His name was Thomas. He was raised in a racist part of Texas, with an alcoholic for a father and a mother who suffered from bipolar disorder. He used to work construction in San Francisco, but the earthquake in '89 undid all of his work in about 3 seconds, and left him with some substantial injuries as well. Now, he's homeless, looking for a place to stay every night. He's over 50 years old and just recently got a job, which was just about the only good part of his story. I told him I currently didn't have one and that I was very happy for him, because that's a huge step toward feeling accomplished.
He then mentioned that he didn't have a church, although he had visited a few in the area. Now, you have to understand something about me - I am terrified of asking people to come to church. I think I can count on one hand the number of people I've ever invited to church. It's not my gift. But I knew then and there that if I didn't, I'd be kicking myself later. After all, he opened up and shared his story with a stranger. He didn't know that it happened to be a stranger who was there to get away from people and the sickness in his head. So, I figured I'd share a part of my life with him.
We found our way to a table, where he gladly handed me his pen and a scrap of paper to write my church's address on. I also gave him my telephone number, telling him I'd be happy to give him a ride if he managed to get to a place I could pick him up from. We talked more about our past and our problems, before we parted ways - him back to the books and me to my car.
I was sort of dumbfounded. I had gone out of my way to avoid my regular schedule of interacting with others that day, seeking a place where I could channel my frustrations into some sort of creative or quiet activity. Instead, I was put directly in the path of a man who was in need of someone to talk to. It's not like he walked up to me and tugged at my arm. He didn't ask for money. He didn't smell bad. We just happened to be two nerds in one place at one time. And I could see the look of joy on his face as we got to talking, him saying that it's hard to talk to people in the Northwest, let alone connect with them on an emotional level.
As I left, my mind went back to Ned Vizzini and Robin Williams. They used whatever gifts were available to them to help people overcome their own problems. Yeah, they may have lost out to the darkness in the end, but they did good work before they went. I want to do good work before I go, and I intend to go the natural way.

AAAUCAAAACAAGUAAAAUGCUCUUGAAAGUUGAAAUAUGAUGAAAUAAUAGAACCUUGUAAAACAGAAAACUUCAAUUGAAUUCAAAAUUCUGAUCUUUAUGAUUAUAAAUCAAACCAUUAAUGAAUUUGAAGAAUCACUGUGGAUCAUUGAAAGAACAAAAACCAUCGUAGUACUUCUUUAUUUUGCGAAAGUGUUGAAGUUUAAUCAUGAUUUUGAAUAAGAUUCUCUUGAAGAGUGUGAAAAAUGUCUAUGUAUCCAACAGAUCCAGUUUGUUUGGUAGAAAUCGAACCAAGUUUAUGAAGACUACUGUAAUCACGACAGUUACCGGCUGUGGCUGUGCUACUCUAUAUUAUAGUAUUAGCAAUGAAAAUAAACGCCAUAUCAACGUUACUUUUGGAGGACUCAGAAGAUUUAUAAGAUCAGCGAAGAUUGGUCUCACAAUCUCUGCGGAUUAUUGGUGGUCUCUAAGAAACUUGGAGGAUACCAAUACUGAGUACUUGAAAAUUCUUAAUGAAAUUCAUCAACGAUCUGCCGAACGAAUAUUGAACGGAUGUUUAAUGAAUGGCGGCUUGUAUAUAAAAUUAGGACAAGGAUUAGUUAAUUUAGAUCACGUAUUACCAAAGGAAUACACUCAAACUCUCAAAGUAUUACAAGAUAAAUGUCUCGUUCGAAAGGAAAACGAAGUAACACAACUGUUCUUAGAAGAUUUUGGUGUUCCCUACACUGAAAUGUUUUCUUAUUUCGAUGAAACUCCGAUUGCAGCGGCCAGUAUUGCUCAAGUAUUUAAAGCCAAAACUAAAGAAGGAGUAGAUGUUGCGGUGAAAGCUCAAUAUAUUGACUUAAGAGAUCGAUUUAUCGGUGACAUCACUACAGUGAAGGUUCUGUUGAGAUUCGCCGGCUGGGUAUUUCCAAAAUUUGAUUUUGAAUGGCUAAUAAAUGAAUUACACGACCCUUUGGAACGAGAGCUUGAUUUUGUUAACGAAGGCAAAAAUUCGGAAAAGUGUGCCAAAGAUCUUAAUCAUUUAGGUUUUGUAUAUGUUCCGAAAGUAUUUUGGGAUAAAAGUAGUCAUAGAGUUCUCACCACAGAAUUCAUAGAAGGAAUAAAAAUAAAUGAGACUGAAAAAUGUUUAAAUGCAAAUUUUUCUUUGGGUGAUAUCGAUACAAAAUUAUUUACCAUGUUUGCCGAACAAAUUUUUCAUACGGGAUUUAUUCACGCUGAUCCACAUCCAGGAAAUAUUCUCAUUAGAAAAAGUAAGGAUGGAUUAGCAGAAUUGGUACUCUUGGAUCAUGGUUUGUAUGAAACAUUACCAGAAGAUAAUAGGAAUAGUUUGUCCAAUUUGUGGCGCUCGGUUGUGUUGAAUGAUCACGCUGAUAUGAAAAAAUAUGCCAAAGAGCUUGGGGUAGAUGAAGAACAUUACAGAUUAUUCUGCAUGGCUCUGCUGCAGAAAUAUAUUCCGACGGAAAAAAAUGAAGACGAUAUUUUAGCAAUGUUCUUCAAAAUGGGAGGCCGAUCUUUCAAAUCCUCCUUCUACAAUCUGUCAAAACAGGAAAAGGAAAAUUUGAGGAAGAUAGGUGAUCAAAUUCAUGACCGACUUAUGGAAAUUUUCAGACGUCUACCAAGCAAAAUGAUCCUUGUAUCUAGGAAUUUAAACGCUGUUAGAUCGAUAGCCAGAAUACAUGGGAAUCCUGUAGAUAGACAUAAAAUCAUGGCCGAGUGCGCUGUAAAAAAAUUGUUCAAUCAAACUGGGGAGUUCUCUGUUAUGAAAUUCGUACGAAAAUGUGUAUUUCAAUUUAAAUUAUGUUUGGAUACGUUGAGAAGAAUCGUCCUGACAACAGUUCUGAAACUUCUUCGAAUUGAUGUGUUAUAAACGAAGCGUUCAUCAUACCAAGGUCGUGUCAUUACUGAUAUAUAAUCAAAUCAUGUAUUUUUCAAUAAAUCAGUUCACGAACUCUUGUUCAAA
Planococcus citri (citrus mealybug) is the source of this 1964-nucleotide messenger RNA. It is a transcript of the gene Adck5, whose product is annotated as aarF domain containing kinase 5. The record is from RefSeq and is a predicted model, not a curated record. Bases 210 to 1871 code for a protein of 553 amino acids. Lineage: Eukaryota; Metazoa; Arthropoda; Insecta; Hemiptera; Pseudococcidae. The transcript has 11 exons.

You see, my disease put me in a place where I was able to help someone else. Not only that, but I was helped by my conversation with Thomas. I told him that I wasn't even supposed to be there, that I was avoiding my usual routine because I was feeling particularly depressed that night. And I'm glad that I was. I'd rather be somewhere in the open, struggling with my problems, instead of sitting at home entrenched in contentedness, if it meant that I could be helping someone and that they could in turn help me.
Suicide is something that I need to think about often, to remind myself that it's not the answer. It's a heavy concept that is no fun to talk about. I know I will never be as funny as Robin Williams, or as good a writer as Ned Vizzini, but if I can use what I've been given to help others steer clear of their inner darkness like these two did, then I will have considered that a success. And if it was necessary for me to try and take my own life twice for me to get to a place where I can help someone cope with their demons, then I don't mind all of the pain and suffering I've had to go through to get to that point. I can't say the same for my friends and family - they don't deserve that kind of burden.
I just hope that there is a Thomas out there for everyone. Someone who comes along and interrupts your self-pity and unwittingly drags you out of your despair by simply talking to you and genuinely listening to you. Someone who pays your plans no heed in their efforts to care about you, be they strangers or not. Because sometimes that's all it takes. My sickness put me in contact with another sick person - a different sort of sickness - and the two of us walked away feeling a little healthier.
If that's not a good way to spend an evening, I don't know what is.